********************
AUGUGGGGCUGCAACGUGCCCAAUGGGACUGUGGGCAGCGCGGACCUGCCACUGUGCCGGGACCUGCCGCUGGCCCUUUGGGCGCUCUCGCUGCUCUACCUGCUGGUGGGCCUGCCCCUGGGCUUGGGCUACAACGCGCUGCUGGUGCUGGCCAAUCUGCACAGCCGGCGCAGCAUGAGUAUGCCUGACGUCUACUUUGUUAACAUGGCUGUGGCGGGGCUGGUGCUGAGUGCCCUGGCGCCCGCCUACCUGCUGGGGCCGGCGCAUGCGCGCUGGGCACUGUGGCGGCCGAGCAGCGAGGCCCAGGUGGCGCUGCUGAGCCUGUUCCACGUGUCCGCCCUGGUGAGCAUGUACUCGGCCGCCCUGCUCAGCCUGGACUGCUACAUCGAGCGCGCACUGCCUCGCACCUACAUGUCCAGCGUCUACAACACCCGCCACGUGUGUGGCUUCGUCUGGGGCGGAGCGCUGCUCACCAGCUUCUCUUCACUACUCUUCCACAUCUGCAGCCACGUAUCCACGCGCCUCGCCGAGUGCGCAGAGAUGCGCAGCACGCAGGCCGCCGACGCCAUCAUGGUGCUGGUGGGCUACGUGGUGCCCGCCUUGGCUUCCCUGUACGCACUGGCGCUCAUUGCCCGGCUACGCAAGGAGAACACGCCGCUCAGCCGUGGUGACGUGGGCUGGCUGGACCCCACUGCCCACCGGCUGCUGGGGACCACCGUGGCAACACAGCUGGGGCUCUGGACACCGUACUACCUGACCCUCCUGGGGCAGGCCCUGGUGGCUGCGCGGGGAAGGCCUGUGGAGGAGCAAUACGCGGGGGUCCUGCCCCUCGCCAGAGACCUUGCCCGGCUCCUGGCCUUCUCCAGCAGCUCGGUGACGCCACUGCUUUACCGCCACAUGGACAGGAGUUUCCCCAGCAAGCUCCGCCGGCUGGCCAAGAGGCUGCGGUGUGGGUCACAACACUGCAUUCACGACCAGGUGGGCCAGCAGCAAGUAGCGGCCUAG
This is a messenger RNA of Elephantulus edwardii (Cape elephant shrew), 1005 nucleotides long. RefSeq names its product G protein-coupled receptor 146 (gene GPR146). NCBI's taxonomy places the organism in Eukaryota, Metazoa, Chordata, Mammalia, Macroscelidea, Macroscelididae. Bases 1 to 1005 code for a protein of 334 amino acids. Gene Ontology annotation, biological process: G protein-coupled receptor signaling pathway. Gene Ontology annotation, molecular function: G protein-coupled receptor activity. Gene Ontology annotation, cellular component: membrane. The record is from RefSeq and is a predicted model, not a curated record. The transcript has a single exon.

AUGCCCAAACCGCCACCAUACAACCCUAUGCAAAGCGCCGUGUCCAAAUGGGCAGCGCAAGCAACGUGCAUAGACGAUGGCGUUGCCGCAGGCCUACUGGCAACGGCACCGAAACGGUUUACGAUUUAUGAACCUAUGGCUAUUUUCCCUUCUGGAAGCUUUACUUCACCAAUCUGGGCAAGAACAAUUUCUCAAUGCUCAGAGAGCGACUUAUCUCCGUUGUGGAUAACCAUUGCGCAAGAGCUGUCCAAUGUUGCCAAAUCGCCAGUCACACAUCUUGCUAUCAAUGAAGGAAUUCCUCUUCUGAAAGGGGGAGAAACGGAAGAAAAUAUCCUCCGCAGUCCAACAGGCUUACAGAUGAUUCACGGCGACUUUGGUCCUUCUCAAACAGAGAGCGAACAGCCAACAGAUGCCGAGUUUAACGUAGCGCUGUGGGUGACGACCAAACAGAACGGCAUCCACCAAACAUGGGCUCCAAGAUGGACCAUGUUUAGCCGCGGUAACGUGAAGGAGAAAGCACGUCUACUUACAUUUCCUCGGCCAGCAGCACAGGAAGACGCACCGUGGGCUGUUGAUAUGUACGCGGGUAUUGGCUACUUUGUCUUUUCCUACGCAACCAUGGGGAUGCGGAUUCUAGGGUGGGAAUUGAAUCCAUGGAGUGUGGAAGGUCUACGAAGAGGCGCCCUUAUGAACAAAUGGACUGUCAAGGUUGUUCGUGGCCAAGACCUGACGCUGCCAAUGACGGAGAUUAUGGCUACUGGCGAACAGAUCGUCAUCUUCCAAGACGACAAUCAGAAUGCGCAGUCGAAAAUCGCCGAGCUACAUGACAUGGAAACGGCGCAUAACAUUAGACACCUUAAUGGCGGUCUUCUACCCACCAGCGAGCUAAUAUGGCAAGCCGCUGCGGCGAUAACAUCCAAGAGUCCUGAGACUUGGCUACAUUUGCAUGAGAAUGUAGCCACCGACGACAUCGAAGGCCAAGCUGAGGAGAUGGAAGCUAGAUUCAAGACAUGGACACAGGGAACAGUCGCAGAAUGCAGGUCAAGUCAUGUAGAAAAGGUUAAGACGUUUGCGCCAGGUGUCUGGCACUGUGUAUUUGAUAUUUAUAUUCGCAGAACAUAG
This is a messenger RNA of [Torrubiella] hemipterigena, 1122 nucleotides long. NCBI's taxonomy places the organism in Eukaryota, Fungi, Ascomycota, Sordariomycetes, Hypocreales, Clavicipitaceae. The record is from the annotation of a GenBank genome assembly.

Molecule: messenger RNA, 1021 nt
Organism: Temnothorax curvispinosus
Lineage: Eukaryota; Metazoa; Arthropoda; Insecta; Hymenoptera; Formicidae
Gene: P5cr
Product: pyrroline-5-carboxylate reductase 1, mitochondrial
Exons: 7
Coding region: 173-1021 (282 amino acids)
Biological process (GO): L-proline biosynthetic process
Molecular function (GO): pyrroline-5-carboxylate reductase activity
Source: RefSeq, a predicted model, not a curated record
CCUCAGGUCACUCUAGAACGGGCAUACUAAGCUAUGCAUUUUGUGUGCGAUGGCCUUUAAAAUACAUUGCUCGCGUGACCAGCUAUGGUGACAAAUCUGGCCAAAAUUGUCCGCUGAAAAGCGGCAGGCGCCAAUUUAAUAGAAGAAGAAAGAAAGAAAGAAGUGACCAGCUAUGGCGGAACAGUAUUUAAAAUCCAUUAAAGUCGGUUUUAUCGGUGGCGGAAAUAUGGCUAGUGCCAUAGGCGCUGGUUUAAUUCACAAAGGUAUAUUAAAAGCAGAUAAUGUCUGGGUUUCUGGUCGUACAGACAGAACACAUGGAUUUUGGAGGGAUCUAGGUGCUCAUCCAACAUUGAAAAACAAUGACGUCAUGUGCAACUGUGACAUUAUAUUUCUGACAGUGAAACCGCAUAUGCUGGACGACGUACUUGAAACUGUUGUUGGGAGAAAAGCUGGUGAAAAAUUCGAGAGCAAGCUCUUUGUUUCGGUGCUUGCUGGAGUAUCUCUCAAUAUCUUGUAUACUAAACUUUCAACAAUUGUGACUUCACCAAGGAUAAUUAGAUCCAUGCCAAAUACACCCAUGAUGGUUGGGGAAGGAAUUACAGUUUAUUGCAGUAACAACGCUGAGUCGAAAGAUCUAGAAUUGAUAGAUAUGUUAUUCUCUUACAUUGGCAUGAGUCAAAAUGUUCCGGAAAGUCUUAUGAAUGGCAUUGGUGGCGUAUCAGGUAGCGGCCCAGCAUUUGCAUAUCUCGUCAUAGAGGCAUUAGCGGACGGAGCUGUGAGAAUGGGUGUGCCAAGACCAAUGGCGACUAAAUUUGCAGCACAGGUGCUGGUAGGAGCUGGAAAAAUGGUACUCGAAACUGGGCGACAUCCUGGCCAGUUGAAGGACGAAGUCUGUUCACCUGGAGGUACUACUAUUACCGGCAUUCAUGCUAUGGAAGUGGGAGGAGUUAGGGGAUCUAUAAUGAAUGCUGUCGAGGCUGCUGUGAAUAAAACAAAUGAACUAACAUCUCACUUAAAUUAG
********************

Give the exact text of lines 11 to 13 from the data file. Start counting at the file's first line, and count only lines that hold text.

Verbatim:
Coding region: 173-1021 (282 amino acids)
Biological process (GO): L-proline biosynthetic process
Molecular function (GO): pyrroline-5-carboxylate reductase activity